• WKWebView updates with macOS system updates, so you generally don't need to worry about updates for the browser engine.
  • Some actions which are only allowed after a user input event, such as audio playback and entering fullscreen, can be used unrestricted
  • Navigating to a URL, or opening a URL in a new window, will open the system default browser. This could be a different browser entirely, e.g. Firefox.
  • The Browser 'Close' action exits the app
  • If you enable a theme color in Project Properties, it will be used to tint the window caption

Distribution

The exported app only uses features built in to macOS, so it does not require anything else to be installed. The minimum supported version of macOS is 10.14 (Mojave), so that version and all newer versions of macOS are supported.

The browser engine used by the app, called WKWebView, is provided by the macOS system. It is based on the version of Safari that originally shipped with macOS. This means installing a newer version of Safari on a macOS system does not update the browser engine used by WKWebView. For example macOS 10.14 originally shipped with Safari 12, and so WKWebView on macOS 10.14 is always based on Safari 12, regardless of whether the Safari browser updated to a newer version. The only way WKWebView updates is via macOS system updates. For example WKWebView on macOS 10.15 (Catalina) is based on Safari 13, and so on.

The exported app supports both Intel and Apple Silicon devices with a universal binary. This means it should run on both kinds of chips without any kind of emulation or performance penalty.

Notarize your app

As mentioned in the Exporting section, before publishing your app you will need to notarize it so other people can run it. For more information refer to Apple's documentation on Notarizing your app before distribution.

If you just want to test the app locally or otherwise want to skip notarization, you can work around the security restriction using System Preferences as described in the Exporting section.

Conclusion

The macOS wrapper export option provides a lightweight option for publishing to macOS, using a system-provided webview to power your game. It's a convenient option since it has a low file size and doesn't require setting up web hosting. Remember to notarize your app before broader distribution.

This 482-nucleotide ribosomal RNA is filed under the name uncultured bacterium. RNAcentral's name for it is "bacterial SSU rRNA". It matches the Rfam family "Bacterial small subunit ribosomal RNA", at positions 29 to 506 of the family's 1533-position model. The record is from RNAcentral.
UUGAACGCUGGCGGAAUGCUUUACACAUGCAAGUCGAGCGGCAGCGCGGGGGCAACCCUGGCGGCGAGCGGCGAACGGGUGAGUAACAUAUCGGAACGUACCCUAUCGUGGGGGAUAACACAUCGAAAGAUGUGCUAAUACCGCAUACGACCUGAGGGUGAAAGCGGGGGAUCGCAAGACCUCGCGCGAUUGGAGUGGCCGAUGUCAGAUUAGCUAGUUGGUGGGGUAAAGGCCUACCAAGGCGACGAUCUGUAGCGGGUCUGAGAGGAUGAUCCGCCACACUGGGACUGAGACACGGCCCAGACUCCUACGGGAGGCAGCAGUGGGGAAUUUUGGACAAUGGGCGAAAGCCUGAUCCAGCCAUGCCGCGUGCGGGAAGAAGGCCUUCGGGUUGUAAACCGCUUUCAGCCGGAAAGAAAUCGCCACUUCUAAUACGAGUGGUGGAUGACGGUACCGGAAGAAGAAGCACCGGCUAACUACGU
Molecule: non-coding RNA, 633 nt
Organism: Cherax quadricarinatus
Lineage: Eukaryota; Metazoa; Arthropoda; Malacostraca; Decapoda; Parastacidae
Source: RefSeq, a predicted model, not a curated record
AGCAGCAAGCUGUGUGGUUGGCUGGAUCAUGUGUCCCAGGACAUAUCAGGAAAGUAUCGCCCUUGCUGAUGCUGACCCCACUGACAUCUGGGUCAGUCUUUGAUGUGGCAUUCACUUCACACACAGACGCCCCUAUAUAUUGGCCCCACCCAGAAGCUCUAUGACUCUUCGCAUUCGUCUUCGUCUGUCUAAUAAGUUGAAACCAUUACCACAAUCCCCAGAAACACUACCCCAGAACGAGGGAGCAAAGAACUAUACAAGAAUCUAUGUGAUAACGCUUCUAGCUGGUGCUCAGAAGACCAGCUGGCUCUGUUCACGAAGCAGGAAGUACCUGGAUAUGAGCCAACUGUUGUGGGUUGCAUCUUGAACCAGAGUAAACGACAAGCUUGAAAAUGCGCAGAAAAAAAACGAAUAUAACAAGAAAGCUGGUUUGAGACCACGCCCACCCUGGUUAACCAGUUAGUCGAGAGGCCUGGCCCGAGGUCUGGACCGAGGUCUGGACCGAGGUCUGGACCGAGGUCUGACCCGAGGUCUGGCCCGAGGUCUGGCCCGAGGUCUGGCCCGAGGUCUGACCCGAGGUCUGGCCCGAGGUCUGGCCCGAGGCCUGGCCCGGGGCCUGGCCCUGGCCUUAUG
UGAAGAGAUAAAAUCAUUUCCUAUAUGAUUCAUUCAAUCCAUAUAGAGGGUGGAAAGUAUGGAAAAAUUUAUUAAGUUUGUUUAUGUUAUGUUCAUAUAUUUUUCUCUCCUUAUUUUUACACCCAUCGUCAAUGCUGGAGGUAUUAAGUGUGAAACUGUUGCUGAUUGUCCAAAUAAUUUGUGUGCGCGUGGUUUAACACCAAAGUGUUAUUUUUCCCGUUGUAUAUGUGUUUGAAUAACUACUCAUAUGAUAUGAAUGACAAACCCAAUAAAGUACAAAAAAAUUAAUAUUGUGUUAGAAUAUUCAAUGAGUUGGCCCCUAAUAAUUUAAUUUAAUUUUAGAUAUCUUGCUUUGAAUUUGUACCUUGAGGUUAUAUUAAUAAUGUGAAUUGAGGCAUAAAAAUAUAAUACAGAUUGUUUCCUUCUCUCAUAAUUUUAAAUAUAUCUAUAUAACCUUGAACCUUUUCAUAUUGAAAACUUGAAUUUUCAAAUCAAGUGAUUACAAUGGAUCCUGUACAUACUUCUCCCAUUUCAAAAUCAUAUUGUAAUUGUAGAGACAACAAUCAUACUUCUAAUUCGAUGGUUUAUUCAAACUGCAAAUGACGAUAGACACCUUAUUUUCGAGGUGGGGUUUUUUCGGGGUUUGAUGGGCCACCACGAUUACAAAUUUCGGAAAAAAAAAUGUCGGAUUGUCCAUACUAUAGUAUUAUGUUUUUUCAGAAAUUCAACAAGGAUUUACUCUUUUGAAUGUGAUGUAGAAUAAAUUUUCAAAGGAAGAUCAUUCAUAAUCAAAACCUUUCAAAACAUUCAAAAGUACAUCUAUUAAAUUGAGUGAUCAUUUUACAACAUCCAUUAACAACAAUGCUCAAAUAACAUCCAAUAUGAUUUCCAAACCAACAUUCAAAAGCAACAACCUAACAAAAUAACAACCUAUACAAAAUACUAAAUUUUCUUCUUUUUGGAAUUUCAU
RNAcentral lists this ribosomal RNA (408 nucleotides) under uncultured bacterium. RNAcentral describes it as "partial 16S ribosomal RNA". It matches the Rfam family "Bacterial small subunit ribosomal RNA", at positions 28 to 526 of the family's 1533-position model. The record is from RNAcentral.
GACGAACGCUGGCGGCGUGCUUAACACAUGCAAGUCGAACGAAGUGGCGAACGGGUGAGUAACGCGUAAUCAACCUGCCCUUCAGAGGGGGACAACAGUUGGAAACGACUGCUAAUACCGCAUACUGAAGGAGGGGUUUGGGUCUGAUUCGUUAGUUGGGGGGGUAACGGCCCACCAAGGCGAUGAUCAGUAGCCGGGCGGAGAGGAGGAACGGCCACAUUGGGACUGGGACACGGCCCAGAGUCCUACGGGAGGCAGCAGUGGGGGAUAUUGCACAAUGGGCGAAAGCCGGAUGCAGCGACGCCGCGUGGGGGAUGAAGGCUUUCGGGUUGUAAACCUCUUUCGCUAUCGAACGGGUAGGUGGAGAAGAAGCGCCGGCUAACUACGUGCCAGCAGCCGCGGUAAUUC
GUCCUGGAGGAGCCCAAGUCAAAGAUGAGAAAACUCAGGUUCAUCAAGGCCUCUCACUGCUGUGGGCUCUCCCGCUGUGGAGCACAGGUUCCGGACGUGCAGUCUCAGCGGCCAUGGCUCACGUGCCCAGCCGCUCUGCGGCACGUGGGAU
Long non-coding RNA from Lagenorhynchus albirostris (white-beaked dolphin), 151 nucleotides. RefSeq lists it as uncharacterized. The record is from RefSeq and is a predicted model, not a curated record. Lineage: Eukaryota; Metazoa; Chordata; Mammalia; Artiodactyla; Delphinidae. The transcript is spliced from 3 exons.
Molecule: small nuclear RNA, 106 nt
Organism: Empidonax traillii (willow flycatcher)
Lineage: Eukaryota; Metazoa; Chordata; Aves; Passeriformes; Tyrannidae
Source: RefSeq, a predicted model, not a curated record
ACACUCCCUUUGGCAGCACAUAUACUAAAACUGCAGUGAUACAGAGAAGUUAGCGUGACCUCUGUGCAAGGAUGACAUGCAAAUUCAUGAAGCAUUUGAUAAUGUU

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  • My MacOs app has been refused by apple because the red interface button does not close the app, but only the Window. How can i disable the red button or close the whole app with it?

  • My MacOs app has been refused by apple because the red interface button does not close the app, but only the Window. How can i disable the red button or close the whole app with it?

  • MacOs users need to Unzip it then double click the .app file to run it right?

  • Hello,

    I am getting an error that "your browser does not support or blocks cookies"

    Is there a workaround for this or i am missing something?

    I would like to report that i cannot do the advance minify (the simple one works)

    Error exporting: minify-error

    Shb main.js:2122

    4dc93fd61-5602-45c6-af8b-f8a2ad5496cf:2416 Run main for com/google/javascript/jscomp/CommandLineRunner

    cheerpOS.js:1531 /str/main.js:141:423: ERROR - [JSC_UNDEFINED_VARIABLE] variable RuntimeInterface is undeclared

    141| const exportType=e["exportType"];if(exportType==="windows-uwp"&&typeof Windows!=="undefined")Windows["System"]["Launcher"]["launchUriAsync"](new Windows["Foundation"]["Uri"](url));else if(self["cordova"]&&self["cordova"]["InAppBrowser"])self["cordova"]["InAppBrowser"]["open"](url,"_system");else window.open(url,tag)}}_OnRequestFullscreen(e){if(this._exportType==="windows-webview2"||this._exportType==="macos-wkwebview")...

    Regards